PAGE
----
• When your kids blow through a lesson, but you’d like them to spend a little more time on math, play a game. They’ll still be working on math skills, but since it’s fun, it won’t seem like they’re just doing more math.
  • Add these games to your family game night rotation. We can all use mental math practice and your tweens will get a kick out of beating you in a math game.
  • If your schedule leaves a lighter day at the end of the week, spend some of that time playing educational games together. That way they’ll still be learning, but in a very relaxed manner.

It’s easy to incorporate games into your week and the more you do, the more confident your kids will become in math.

Close up of Prime Climb math game with pawn, dice, and 2 cards on the board.

Math Games for Middle School

Here are some of the best math games for tweens, especially for working on mental math skills.

It may seem strange to play a game that is based on basic math facts like multiplication and division with older kids, however unless they shore up those skills, they’ll struggle with advanced math concepts, like algebra.

Now is the time to make sure their math mastery is solid.

To work on mental math skills, add some of these middle school math games to your homeschool day. There are over 50 to choose from, so I know you’ll find something that will engage your tween.

Don’t have a lot of time? Use these quick math games.

Make math interesting with the Prime Climb board game. You can play it as a part of your homeschool or it can be a fun addition to your next family game night.

Use online math games for middle school as a part of your lesson plans.

Take the classic game, BINGO, and make it math-related with this printable Mental Math Bingo Game.

My kids and I have played Number Rings as a part of school for years. It’s a fun math board game that will definitely help your older kids build their mental math skills.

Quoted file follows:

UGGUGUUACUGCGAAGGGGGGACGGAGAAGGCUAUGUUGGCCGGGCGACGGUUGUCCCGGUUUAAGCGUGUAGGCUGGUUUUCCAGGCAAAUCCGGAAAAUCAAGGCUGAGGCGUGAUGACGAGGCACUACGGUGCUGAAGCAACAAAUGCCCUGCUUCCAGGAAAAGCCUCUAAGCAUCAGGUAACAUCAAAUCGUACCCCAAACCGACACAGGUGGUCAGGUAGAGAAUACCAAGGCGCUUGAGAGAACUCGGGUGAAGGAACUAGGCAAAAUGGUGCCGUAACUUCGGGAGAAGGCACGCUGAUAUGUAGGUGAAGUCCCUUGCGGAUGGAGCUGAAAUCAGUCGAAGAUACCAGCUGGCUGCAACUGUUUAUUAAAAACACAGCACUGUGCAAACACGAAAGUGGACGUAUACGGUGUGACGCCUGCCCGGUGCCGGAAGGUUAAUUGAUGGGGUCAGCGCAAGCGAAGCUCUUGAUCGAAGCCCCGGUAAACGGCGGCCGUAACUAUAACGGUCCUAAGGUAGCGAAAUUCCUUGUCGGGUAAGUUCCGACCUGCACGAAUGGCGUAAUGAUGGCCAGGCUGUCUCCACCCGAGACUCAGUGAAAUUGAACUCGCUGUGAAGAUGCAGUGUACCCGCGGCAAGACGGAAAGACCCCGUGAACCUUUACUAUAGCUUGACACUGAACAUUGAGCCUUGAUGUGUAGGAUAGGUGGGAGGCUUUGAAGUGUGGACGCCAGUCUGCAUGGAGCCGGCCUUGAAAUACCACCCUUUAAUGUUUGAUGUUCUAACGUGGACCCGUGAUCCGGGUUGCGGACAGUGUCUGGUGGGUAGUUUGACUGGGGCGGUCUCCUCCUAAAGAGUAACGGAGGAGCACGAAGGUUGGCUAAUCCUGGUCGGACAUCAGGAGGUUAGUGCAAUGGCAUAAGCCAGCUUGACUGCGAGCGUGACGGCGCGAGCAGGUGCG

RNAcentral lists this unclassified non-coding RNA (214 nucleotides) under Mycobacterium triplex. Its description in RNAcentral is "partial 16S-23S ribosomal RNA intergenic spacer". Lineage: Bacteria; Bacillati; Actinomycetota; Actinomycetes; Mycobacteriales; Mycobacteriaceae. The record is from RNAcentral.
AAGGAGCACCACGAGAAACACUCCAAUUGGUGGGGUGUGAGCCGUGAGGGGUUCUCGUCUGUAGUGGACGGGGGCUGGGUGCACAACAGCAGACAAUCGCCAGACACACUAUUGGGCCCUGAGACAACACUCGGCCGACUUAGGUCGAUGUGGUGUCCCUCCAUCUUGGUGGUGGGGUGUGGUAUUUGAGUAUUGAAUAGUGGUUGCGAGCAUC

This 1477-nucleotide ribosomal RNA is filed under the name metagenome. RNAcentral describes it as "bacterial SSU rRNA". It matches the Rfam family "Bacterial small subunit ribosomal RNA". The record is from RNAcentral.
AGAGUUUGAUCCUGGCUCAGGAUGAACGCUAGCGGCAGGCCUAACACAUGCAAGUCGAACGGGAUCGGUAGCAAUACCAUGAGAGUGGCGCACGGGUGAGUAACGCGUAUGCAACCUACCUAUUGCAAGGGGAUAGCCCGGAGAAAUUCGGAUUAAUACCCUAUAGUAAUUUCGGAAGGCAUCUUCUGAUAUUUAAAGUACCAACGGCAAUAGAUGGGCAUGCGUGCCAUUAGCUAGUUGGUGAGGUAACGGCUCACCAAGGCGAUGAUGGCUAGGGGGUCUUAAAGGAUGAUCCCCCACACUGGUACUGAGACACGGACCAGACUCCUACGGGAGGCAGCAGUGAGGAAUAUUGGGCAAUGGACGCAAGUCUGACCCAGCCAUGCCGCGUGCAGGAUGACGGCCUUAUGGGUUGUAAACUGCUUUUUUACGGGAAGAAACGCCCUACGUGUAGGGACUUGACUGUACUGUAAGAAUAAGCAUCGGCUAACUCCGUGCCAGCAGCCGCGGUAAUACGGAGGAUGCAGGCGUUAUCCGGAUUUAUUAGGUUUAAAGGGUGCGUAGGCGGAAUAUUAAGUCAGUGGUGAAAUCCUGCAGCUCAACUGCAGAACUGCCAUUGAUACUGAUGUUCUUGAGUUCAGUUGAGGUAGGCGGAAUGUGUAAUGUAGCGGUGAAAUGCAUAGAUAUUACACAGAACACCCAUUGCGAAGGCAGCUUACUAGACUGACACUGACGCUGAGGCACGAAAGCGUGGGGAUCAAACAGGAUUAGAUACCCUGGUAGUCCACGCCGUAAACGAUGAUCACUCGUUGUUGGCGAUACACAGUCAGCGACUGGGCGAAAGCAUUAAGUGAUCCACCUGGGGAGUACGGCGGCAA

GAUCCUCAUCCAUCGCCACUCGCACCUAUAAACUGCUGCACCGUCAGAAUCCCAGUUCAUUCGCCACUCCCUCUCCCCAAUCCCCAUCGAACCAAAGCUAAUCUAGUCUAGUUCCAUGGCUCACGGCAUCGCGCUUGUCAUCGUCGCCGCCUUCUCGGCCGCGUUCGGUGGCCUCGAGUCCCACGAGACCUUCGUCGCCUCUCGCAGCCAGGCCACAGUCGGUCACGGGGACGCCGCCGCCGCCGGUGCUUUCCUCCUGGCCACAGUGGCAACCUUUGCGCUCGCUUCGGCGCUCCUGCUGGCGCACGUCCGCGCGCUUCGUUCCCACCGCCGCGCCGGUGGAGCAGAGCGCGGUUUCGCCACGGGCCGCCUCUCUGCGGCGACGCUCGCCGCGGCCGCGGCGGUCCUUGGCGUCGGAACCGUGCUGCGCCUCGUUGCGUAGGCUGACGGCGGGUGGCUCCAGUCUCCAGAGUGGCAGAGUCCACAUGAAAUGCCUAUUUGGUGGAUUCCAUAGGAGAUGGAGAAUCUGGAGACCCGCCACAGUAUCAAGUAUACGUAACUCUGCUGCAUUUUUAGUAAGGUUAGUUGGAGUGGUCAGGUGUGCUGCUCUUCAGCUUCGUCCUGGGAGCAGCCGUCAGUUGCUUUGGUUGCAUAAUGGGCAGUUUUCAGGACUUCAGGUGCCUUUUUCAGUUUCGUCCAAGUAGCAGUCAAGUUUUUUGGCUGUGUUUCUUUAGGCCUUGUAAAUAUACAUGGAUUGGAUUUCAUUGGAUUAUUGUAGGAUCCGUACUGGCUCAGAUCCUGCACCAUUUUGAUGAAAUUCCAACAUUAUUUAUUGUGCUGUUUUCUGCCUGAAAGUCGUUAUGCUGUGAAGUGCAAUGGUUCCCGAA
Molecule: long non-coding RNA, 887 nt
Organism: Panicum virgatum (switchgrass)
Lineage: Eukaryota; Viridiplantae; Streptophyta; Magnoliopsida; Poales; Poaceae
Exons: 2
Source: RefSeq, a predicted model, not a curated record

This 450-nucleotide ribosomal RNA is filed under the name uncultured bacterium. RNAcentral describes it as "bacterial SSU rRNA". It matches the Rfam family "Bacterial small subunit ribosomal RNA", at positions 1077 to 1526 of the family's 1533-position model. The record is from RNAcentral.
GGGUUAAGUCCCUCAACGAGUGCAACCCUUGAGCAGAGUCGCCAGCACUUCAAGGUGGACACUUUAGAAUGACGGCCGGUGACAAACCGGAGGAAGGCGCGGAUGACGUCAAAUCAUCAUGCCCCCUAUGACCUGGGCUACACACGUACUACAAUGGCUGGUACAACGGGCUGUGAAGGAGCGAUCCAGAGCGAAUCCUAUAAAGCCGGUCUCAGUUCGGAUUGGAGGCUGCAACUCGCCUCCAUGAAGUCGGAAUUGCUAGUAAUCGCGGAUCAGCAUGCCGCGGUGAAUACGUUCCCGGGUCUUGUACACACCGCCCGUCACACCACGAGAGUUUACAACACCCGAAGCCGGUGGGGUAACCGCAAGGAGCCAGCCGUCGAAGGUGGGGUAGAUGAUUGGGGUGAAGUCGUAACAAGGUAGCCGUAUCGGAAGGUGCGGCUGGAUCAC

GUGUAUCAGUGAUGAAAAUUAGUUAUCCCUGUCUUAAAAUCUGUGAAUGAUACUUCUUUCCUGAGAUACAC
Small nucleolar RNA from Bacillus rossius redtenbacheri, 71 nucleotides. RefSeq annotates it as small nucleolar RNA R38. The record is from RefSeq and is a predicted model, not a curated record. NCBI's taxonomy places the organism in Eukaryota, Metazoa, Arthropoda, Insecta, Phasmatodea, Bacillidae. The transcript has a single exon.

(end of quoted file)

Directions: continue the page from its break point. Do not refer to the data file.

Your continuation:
Math Dice Chase is a game you’ll want to add to your math lessons. It’s called “mathematical hot potato” and is a great substitution for flash cards for mental math mastery.

Sumoku is a fun game that will really test your child’s math skills. Players must try to lie down tiles that connect multiples in this crossword-style math game. There are a bunch of ways to play, so your tween won’t tire of playing.

Here are some of the best math board games you can use in your homeschool. They definitely make math fun for tweens.

Play these fun math games with dice as part of your lessons.

If you need a break during math, play this quick, DIY game – egg carton math. It’s a simple way to review math facts without your kids breaking out in tears.

You can use these order of operations math task cards as the basis of a quiz game with your tweens.

Teaching middle school math or high school math? Don't stop using hands-on activities to help them master their math facts. There is no reason to stick solely to textbook work. Personally, I love using math games for middle school learning. Math board games, dice games, and card games create a fun environment where older kids can master all of the math facts they're learning.

More Math Games To Play With Tweens

Here are some other math board games you can add to your math toolkit.

  • Proof! math game is a fast-paced card game where players race to find equations in the cards laid out on the table.
  • Sumoku is a crossword-style game that has players trying to gain points by playing math equations with their tiles.
  • Players rush to build stacks of $100 in Clumsy Thief before their opponents steal them.
  • Fraction War is a card game where players try to throw down the best fractions.
  • There are tons of ways you can incorporate Fraction Dice into your math lessons.
  • Smath is another crossword-style game where tweens try to use their tiles to build math equations.
  • The object of 24 Game Double Digits is to use all four numbers on your tile to get to the number 24 using various math operations.
  • Race to Infinity combines math and strategy in a game that kids will enjoy playing.
Wooden sudoku board

What is your favorite middle school math game?